This study demonstrated that significant hyperglycemia in diabetic patients during non-cardiac surgery confers an increased MINS and mortality incidence. The estimated threshold for intraoperative blood glucose level related to MINS was 149mg/dL. Our findings suggest that managing for an adequate intraoperative blood glucose level may be beneficial for the prevention of MINS.
Perioperative hyperglycemia is common as a result of transient body glucose elevation in response to physiological stress among patients undergoing surgery. The stress of surgery and anesthesia causes the release of counter-regulatory hormones, leading to reduced insulin production and increased lipolysis.4 Sustained hyperglycemia triggers insulin resistance by impairment of the insulin signal transduction pathway, resulting in cardiovascular events such as myocardial injury.14,26 Perioperative hyperglycemia is also associated with numerous other adverse outcomes including longer postoperative hospital duration, surgical site infection, higher overall morbidity, and mortality.1,27 By inducing acute changes in cellular metabolism, such as an increase in polyol pathway activation and hexosamine pathway flux, activation of protein kinase C, formation of advanced glycation end products, and hyperglycemia leads to tissue damage, vascular inflammation, fibrosis, and injury by overproduction of reactive oxygen species.28
Our study focused on the effect of transient hyperglycemia superimposed on diabetic patients who were already at risk for various adverse clinical outcomes and complications related to diabetes itself. According to our result, intraoperative hyperglycemia was associated with an increased risk of MINS. This result is consistent with our previous finding that MINS was associated with preoperative glucose level rather than hemoglobin A1c level, which reflects more of a long-term glucose status.15 Both results stress the association between short-term glycemic control and the incidence of MINS.
The mediation of reactive oxygen species could explain the mechanism behind the association between hyperglycemia and MINS. The imbalance between free radical generation and elimination plays a key role in the pathophysiology of myocardial injury.28 During the perioperative period, oxidative stress due to hyperglycemia and insulin resistance contributes to the cellular structure and functions of diabetic myocardium.29,30 Furthermore, surgical hypercoagulability, bleeding, and inflammation can also predispose patients to ischemic injuries.31
In this study, we divided the patients according to intraoperative blood glucose level above 180 mg/dL, while the estimated threshold associated with MINS incidence was 149mg/dL. Stress hyperglycemia has been consistently related to adverse outcomes in both diabetic and non-diabetic patients.27,32 In a previous study, even modest glucose elevation (140–179 mg/dL) was strongly related to mortality only in non-diabetic patients, but more severe hyperglycemia (glucose > 180 mg/dL) was a risk factor for mortality among diabetic patients2. Because the purpose of this study was to evaluate the effect of stress-induced hyperglycemia in diabetic patients, we stratified patients into the hyperglycemia group even with a single intraoperative glucose level over 180 mg/dL. Therefore, our results also need to be validated in patients without diabetes. Of note, the subgroup analysis showed that the observed association between hyperglycemia and MINS was not significant in patients with hypertension, chronic renal failure, active cancer, and for those undergoing high-risk surgery. In addition, the threshold of intraoperative blood glucose associated with MIN had an area under the ROC curve of 0.57 with relatively low sensitivity and specificity; therefore, further investigation regarding more precise cutoff value for intraoperative blood glucose level is required.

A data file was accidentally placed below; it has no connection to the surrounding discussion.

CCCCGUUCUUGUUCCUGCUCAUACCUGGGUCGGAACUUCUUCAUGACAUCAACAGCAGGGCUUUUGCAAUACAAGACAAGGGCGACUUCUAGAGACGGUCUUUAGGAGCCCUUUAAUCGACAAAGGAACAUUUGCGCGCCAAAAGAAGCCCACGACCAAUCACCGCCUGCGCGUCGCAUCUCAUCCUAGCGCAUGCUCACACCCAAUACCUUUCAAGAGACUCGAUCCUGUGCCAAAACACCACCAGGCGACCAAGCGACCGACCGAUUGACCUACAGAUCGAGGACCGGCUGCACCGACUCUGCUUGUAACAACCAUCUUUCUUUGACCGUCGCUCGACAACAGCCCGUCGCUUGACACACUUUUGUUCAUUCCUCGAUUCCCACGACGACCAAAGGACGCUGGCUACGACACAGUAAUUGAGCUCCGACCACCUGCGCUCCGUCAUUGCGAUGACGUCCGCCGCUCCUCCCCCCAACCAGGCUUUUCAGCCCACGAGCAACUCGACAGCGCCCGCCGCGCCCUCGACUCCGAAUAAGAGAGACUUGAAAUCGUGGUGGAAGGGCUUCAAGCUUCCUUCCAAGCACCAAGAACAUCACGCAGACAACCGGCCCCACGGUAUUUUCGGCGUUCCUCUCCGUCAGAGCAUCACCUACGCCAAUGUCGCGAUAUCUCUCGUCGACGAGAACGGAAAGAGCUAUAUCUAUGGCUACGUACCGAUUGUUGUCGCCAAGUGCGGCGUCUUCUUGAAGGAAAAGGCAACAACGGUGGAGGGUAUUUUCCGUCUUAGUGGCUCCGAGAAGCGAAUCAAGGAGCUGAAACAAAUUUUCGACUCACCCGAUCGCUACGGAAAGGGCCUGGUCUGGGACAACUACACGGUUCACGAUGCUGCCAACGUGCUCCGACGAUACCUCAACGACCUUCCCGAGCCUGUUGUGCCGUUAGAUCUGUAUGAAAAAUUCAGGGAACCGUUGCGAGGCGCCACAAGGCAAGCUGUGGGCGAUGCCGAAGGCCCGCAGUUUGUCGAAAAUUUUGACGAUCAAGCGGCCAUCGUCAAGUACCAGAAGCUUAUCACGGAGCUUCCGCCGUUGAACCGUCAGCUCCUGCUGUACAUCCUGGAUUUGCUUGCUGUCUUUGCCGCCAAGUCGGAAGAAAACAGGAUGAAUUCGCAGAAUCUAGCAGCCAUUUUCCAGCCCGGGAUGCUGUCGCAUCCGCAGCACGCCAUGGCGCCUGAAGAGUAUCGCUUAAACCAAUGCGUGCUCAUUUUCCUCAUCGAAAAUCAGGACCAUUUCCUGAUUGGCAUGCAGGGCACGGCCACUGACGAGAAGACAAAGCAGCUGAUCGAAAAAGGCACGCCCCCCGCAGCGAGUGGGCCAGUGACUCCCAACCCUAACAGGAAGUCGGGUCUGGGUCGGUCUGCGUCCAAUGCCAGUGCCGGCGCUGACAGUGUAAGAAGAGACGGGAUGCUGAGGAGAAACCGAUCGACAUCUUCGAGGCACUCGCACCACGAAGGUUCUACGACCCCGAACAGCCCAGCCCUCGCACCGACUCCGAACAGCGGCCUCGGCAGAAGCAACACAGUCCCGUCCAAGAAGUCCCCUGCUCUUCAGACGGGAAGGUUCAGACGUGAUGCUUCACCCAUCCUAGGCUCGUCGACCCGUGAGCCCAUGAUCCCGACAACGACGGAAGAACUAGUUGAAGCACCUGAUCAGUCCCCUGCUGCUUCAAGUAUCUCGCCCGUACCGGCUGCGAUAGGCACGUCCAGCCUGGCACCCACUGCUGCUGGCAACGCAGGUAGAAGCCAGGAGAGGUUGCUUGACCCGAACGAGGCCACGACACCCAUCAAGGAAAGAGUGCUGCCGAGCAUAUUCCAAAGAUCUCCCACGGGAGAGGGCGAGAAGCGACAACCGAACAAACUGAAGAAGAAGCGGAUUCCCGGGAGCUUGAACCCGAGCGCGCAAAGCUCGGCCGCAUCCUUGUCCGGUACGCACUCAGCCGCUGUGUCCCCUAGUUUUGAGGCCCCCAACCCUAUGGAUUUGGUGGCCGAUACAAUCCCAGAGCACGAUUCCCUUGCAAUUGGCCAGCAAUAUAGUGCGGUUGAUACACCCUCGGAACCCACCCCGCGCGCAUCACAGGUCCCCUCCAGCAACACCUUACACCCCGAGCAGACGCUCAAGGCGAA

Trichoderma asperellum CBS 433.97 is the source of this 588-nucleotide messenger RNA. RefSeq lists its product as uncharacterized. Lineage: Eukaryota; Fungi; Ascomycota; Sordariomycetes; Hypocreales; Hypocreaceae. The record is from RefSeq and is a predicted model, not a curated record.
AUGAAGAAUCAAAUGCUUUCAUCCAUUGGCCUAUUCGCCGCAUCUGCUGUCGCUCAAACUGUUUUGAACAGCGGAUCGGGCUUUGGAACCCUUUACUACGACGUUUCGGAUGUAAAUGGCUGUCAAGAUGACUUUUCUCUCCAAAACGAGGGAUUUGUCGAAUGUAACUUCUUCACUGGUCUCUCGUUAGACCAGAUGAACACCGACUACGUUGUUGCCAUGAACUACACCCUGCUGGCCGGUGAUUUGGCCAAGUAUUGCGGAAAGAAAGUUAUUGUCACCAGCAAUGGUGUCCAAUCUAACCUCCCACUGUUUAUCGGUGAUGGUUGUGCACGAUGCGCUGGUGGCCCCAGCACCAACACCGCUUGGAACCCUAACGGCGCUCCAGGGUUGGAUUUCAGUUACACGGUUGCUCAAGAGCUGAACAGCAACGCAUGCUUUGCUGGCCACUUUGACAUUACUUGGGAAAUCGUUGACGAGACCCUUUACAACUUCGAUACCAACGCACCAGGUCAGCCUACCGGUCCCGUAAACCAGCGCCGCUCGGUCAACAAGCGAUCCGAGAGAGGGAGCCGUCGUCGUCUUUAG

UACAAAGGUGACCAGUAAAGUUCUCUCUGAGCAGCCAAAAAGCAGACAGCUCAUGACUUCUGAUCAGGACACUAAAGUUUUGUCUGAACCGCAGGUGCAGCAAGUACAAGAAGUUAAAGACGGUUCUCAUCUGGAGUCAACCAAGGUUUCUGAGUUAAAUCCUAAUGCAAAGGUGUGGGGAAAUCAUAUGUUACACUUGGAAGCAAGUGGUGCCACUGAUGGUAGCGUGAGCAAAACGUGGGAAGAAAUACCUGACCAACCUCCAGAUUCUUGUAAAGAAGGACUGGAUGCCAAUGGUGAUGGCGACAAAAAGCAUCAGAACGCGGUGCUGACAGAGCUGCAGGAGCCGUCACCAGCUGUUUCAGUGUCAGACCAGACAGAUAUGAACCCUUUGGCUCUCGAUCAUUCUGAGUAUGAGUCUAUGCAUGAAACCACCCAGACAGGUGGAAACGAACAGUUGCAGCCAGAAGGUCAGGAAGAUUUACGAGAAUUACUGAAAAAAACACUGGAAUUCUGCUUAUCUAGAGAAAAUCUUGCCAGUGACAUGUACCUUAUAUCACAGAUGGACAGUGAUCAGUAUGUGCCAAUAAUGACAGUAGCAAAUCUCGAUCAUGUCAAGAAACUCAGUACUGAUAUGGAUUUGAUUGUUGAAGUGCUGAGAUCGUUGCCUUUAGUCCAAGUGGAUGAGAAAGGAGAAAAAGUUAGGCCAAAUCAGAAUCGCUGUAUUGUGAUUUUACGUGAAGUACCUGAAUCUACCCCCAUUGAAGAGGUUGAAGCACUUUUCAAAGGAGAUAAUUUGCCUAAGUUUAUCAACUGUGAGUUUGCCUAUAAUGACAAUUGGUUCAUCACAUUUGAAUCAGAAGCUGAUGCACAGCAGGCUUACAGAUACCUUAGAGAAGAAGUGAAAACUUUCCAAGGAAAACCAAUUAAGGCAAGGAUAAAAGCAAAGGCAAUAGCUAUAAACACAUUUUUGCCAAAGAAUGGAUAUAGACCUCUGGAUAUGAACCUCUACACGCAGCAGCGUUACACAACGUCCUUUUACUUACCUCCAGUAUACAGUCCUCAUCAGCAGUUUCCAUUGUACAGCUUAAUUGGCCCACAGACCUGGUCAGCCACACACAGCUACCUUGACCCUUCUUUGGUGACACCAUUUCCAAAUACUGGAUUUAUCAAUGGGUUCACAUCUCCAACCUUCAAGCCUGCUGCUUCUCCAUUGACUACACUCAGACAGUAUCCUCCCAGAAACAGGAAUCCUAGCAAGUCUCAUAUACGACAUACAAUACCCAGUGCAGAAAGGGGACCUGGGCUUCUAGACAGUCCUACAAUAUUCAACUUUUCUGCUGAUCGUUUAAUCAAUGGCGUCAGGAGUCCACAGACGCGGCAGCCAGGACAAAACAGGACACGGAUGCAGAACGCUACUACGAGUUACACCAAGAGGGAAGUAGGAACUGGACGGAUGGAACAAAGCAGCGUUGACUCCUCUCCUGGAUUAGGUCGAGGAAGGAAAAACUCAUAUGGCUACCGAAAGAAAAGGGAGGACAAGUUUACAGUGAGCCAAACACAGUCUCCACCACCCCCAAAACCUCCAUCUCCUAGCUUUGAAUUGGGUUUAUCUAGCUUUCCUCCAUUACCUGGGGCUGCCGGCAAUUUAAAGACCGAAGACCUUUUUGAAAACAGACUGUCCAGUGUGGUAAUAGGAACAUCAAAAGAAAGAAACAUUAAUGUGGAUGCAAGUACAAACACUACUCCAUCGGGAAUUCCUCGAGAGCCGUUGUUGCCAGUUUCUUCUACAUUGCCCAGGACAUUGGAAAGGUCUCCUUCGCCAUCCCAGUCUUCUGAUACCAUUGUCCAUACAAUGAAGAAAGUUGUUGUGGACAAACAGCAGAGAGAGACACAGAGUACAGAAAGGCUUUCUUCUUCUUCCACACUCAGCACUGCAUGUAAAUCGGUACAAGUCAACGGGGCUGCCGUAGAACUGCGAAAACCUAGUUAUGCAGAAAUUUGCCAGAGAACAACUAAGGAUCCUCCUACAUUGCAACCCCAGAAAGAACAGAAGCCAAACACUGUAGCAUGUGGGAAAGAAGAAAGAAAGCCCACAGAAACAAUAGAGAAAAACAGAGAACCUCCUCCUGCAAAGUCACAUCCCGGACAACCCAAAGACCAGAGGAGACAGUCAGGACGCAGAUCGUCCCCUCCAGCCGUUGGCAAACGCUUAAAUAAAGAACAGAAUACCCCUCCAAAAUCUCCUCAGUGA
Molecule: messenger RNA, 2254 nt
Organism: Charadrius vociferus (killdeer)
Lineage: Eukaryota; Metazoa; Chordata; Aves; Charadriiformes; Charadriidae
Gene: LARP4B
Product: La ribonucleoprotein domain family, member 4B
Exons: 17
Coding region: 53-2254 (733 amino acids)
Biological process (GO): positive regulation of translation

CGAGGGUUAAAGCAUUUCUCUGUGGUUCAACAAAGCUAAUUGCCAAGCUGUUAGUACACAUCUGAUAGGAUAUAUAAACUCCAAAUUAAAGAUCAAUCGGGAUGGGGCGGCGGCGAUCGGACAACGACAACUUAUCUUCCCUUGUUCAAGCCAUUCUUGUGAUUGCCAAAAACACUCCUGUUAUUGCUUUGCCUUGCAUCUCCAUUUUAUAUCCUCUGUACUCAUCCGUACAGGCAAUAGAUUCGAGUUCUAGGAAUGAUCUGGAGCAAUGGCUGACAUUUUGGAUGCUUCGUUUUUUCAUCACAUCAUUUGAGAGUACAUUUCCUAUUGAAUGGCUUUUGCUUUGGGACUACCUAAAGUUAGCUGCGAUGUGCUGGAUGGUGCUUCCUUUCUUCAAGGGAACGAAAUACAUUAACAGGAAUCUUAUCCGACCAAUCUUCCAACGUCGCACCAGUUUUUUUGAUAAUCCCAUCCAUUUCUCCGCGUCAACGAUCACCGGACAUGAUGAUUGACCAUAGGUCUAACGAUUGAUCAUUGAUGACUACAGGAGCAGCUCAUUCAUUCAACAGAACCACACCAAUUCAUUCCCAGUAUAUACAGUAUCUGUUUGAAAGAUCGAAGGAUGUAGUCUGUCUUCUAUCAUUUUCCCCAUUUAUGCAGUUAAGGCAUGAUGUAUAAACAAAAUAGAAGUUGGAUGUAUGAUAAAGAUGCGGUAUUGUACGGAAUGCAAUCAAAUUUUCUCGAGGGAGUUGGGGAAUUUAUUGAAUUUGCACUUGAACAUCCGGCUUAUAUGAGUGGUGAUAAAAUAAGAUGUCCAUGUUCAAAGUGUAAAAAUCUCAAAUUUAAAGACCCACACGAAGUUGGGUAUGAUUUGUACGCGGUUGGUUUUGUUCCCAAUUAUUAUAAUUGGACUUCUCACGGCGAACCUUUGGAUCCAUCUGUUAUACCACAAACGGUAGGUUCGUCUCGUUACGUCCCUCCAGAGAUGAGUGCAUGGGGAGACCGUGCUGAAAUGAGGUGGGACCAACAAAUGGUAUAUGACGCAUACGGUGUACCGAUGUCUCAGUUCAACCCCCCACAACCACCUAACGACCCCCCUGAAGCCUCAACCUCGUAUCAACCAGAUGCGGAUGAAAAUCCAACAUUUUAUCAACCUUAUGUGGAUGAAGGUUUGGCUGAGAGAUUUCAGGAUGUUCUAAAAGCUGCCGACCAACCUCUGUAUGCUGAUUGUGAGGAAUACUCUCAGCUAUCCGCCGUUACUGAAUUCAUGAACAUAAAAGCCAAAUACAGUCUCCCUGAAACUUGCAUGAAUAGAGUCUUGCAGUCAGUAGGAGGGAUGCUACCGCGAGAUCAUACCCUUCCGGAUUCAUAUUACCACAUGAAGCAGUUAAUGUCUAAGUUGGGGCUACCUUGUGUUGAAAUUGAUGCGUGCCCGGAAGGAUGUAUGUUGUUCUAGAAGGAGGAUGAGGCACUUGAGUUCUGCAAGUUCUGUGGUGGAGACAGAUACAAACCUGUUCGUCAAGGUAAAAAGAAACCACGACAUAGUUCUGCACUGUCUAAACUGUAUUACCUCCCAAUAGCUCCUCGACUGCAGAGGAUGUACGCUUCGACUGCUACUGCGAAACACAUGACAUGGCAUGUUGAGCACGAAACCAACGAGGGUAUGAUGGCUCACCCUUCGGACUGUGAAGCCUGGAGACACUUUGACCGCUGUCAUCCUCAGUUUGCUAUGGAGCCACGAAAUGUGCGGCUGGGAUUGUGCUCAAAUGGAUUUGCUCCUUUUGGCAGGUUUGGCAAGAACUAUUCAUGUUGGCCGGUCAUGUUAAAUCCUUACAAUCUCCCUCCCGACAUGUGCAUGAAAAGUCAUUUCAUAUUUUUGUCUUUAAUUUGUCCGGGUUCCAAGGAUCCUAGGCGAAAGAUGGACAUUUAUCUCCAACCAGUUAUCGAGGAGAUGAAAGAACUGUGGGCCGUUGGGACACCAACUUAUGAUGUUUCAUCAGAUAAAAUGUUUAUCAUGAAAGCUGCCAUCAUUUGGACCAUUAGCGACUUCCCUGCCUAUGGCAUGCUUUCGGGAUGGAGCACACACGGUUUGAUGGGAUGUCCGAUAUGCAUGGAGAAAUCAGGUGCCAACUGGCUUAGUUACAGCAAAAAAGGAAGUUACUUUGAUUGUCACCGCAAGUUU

For intraoperative blood glucose control, the 2019 ADA guidelines recommend a range between 80–200mg/dL (4.4 -10.0mmol/L),33 based on numerous studies suggesting tight glycemic control during surgery.6,34 On the other hand, conflicting results have also been reported, suggesting that aggressive intraoperative treatment of hyperglycemia did not improve outcome; in some instances, such treatment actually increased mortality and postoperative stroke.16,30 For the patients of the present study, regular insulin was used to treat hyperglycemia during the surgical period. The use of regular insulin is known to have anti-inflammatory, anti-thrombotic, and anti-atherogenic properties with a favorable effect on myocardium.35,36 However, an accurate blood glucose target during surgery was not identified in this study and therefore needs further investigation.
There are several limitations to be addressed. Due to the nature of a retrospective study, perioperative cTn I and intraoperative blood glucose levels were not measured in all the patients undergoing non-cardiac surgery; In addition, as they were selectively performed selectively in high-risk patients, our results may have been exaggerated due to selection bias. Second, a unifying treatment protocol for perioperative hyperglycemic management was absent. Anesthesia was provided by many different anesthesiologists; therefore, a therapeutic approach to hyperglycemia such as the dose of insulin given and at which glucose level the treatment initiation has taken place may have varied, thereby possibly influencing the results. Lastly, our study could not fully address the question of adequate blood glucose level or whether treatment of hyperglycemia with insulin may reduce the incidence of MINS or mortality. Despite these limitations, this study showed that MINS in diabetic patients was associated with intraoperative blood glucose level, highlighting the importance of glycemic control during surgical procedures.